What You Need to Know about The History of Account-Based Marketing
Recently, Account-Based Marketing (ABM) has been on the rise in B2B markets. This rise is in part due to new marketing methods, such as inbound marketing, that are more inclusive and engaging. We recently shared about what account-based marketing is (and you can read more about it here), but wanted to talk a bit more about how ABM got it's start and why should even care.
The concept of account-based marketing was created over a decade ago by ITSMA.
Account-based marketing has really been on the up and up since the 90s. The phrase itself was coined in 2003 by ITSMA, however companies have been using some variation of these methods and ideas for years leading up ABM’s official creation.
Before ITSMA, there was Don Peppers and Martha Rogers who, together, wrote the book The One to One Future. The ideas that The One to One Future suggested were pretty crazy and out there at the time but by today’s standards it’s the new norm. The book itself discusses the way individuals buy things as well as how the company handles customer interactions. Essentially, the book was a prediction of a future involving account-based marketing and the importance of that customized engagement with a potential consumer.
So, how did ABM become the successful strategy that it is today? ITSMA has published a great timeline on their website for reference.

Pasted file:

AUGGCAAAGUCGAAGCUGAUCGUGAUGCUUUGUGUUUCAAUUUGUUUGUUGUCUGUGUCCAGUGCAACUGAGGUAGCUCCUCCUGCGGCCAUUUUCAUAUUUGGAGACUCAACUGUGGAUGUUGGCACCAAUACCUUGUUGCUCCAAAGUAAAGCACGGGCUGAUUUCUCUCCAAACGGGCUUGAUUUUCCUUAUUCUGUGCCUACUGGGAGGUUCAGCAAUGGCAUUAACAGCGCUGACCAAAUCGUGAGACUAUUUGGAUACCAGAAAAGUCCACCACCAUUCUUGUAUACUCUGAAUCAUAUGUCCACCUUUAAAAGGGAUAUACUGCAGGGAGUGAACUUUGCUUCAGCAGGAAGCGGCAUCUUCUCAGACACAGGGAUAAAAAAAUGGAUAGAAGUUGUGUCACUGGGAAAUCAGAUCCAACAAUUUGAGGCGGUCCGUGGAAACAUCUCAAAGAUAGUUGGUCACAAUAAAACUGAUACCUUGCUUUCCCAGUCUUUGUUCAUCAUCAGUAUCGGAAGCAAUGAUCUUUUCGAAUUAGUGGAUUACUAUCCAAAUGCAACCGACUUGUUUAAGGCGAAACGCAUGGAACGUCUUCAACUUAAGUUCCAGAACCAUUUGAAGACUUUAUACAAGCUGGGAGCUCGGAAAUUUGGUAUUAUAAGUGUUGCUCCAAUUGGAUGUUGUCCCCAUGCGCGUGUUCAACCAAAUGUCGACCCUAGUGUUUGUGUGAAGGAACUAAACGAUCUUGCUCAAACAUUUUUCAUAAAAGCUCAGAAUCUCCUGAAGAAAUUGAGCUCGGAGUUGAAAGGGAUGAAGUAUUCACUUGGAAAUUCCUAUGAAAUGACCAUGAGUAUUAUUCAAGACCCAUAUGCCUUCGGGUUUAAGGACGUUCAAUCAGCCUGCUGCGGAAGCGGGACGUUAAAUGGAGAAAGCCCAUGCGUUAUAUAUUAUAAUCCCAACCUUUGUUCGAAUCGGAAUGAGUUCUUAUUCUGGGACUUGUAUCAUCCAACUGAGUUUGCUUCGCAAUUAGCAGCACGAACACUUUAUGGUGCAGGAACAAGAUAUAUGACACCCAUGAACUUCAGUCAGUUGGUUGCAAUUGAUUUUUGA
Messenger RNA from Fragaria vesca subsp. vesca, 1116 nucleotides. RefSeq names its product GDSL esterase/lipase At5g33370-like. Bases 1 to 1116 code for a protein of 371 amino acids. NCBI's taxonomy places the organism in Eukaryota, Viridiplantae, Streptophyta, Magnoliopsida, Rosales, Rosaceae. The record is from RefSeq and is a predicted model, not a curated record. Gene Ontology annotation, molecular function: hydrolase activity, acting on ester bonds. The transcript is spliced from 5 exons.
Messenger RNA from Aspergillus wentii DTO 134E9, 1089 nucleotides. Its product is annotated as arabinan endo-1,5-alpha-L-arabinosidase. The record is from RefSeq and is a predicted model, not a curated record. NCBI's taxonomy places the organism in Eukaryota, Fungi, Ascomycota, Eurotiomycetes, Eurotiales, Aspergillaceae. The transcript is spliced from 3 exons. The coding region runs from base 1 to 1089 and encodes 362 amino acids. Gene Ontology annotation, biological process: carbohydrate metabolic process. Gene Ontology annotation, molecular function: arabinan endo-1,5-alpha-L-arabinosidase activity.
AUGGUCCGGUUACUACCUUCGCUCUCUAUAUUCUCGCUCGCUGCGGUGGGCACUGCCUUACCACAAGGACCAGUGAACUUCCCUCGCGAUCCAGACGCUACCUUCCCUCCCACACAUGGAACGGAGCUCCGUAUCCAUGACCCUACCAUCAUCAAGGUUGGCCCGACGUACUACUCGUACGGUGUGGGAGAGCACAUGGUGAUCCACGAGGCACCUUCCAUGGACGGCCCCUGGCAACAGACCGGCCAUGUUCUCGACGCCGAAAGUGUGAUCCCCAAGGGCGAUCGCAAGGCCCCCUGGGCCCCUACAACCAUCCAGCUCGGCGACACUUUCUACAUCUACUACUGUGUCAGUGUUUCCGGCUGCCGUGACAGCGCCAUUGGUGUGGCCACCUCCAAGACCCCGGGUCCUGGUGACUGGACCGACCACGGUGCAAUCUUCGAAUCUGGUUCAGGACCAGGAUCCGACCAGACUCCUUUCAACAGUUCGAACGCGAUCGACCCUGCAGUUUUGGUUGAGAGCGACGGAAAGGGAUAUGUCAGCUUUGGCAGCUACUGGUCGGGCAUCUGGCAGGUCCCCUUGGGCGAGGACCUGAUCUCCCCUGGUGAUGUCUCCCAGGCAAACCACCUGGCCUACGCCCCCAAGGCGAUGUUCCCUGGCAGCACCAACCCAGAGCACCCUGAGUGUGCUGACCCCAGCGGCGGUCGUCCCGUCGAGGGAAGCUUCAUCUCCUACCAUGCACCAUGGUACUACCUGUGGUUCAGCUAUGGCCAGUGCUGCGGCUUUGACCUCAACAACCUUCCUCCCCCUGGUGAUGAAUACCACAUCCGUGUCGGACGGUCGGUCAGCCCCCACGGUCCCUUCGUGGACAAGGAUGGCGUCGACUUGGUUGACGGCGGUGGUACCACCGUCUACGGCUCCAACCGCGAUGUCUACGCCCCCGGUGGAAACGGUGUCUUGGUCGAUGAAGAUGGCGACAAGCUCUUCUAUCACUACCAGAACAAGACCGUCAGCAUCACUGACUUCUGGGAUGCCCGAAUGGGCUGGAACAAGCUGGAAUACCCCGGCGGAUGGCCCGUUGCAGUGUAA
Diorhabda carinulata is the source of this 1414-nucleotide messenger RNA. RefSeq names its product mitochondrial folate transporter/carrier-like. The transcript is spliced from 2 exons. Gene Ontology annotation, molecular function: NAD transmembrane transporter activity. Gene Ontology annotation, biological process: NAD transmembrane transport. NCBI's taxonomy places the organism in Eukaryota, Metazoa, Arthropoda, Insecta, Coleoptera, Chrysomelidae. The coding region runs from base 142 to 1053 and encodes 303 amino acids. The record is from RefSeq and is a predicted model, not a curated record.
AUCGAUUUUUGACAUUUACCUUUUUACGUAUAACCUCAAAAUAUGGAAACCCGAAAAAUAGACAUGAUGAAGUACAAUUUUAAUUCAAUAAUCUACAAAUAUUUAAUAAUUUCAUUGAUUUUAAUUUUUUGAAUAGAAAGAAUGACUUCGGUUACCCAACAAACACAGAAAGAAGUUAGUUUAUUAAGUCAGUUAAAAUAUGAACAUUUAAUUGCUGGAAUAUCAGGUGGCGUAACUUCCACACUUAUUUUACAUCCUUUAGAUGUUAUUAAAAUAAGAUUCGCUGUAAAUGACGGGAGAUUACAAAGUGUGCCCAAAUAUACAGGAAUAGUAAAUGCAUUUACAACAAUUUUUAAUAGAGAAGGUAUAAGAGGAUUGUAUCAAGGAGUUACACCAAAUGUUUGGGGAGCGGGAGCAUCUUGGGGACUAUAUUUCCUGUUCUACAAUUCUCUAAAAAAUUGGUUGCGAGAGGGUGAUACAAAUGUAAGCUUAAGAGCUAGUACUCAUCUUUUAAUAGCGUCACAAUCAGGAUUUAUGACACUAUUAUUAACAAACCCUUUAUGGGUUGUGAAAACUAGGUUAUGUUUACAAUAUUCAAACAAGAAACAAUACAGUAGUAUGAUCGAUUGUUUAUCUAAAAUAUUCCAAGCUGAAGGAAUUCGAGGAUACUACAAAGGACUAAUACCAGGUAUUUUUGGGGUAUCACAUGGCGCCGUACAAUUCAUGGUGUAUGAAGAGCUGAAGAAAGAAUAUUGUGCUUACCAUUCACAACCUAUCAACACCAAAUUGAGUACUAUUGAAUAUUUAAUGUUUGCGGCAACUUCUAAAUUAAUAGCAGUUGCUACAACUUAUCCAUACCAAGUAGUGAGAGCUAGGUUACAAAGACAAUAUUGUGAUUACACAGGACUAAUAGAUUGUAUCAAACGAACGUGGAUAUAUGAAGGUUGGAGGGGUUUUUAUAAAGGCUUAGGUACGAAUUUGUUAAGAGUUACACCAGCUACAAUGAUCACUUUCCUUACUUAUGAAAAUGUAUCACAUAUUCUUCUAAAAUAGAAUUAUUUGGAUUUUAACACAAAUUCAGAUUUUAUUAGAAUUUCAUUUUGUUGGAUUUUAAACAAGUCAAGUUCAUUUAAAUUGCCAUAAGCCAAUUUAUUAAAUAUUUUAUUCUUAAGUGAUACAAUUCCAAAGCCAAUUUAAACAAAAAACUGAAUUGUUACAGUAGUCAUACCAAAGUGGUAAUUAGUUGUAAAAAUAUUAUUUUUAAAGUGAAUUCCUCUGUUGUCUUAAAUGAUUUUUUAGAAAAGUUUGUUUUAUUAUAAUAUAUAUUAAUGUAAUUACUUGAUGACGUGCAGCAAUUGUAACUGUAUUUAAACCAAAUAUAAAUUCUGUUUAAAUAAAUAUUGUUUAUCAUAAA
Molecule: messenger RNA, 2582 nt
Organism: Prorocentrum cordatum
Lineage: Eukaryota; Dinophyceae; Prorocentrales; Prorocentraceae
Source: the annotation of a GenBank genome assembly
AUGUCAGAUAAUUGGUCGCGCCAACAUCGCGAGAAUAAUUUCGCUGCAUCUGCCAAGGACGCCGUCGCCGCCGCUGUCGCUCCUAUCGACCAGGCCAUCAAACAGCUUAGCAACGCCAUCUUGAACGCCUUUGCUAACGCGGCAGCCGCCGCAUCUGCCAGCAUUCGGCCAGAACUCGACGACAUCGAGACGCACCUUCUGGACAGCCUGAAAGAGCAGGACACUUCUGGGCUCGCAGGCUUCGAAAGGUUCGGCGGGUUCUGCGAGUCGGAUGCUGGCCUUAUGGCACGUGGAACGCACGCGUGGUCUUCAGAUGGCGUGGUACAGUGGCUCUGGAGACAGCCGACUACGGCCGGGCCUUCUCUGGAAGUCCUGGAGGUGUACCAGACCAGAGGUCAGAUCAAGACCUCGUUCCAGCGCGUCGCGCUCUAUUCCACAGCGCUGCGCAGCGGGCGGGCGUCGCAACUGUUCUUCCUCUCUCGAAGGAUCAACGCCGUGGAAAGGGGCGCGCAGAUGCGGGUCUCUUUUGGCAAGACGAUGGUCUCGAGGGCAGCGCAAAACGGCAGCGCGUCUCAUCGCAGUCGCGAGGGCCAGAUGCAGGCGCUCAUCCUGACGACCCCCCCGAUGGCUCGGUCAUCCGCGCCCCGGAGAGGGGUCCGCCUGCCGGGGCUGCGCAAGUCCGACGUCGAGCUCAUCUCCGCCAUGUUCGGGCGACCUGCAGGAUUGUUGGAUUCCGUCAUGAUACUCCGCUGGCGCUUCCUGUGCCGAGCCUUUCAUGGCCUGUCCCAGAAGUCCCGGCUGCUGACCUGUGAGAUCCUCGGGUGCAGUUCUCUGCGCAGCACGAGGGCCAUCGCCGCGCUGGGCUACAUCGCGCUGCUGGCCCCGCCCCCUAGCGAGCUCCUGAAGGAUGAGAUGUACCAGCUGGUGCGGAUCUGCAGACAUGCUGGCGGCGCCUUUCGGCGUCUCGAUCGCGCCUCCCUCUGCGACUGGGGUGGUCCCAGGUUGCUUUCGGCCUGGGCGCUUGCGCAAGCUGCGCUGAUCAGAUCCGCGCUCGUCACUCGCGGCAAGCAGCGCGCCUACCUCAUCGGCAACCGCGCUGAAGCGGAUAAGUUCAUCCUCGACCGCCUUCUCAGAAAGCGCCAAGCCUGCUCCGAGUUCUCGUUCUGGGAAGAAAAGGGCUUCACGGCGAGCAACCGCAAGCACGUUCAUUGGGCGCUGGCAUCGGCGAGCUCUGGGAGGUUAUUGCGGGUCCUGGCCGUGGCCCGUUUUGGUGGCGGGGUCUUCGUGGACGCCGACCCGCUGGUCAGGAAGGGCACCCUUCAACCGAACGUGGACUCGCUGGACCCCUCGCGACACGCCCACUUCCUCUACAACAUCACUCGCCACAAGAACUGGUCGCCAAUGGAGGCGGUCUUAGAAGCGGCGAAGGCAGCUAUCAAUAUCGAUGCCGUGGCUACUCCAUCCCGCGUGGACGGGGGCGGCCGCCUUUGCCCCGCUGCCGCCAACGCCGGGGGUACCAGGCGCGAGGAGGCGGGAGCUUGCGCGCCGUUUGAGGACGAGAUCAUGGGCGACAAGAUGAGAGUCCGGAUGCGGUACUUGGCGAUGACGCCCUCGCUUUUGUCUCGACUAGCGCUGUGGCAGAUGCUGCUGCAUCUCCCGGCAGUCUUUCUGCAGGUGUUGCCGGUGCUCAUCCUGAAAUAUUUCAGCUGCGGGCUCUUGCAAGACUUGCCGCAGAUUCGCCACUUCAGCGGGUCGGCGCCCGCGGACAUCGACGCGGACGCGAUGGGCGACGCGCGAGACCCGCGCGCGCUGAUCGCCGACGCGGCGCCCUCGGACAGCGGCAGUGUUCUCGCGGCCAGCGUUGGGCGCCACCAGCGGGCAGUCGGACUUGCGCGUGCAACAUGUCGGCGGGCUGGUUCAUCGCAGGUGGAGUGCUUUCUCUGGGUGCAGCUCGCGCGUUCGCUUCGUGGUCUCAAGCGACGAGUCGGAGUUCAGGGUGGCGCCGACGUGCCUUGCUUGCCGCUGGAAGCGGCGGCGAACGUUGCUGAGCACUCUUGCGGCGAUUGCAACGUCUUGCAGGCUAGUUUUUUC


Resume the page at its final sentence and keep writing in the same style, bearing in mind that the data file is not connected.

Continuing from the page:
1993: Peppers and Rogers publish The One to One Future
1997: CSC lands mega-deals with ABM-like pursuit marketing
2003: ITSMA introduces and names Account Based Marketing concept and approach
2006: ITSMA launches ABM Council; Xerox and Northrup Grumman win first ABM Marketing Excellence Awards
2007: ITSMA introduces three-phase model for ABM program development
2009: ITSMA introduces Collaborative Account Planning model
2011: BT is first to automate account insight for ABM
2012: ITSMA introduces first marketing certification program for ABM
2015: ABM catches fire with VC funding for technology-enabled ABM
2016: ITSMA study documents rise of three types of ABM
So why should you care about account-based marketing?
The main idea behind ABM is that you target high-value accounts on a personal level. By communicating one-to-one with a business, you are increasing the likelihood of these accounts successfully closing. The increased likelihood of high-value accounts results in increased revenue for your company and more efficient sales processes. ABM works so well because you can focus on the “right” accounts, the ones that can actually use your product, and you aren’t just wasting your time with dead ends.
A Better Customer Experience
ABM is all about creating a personalized sales experience for your customers. A personalized sales experience will not only increase the likelihood of successfully closing a sale, but will also increase customer loyalty and retention. Increased customer loyalty helps ensure an increase in customer retention as well as positive referrals and positive brand-name recognition.
Stay tuned for Account-Based Marketing vs. Lead Generation Marketing, the next post in our ABM series.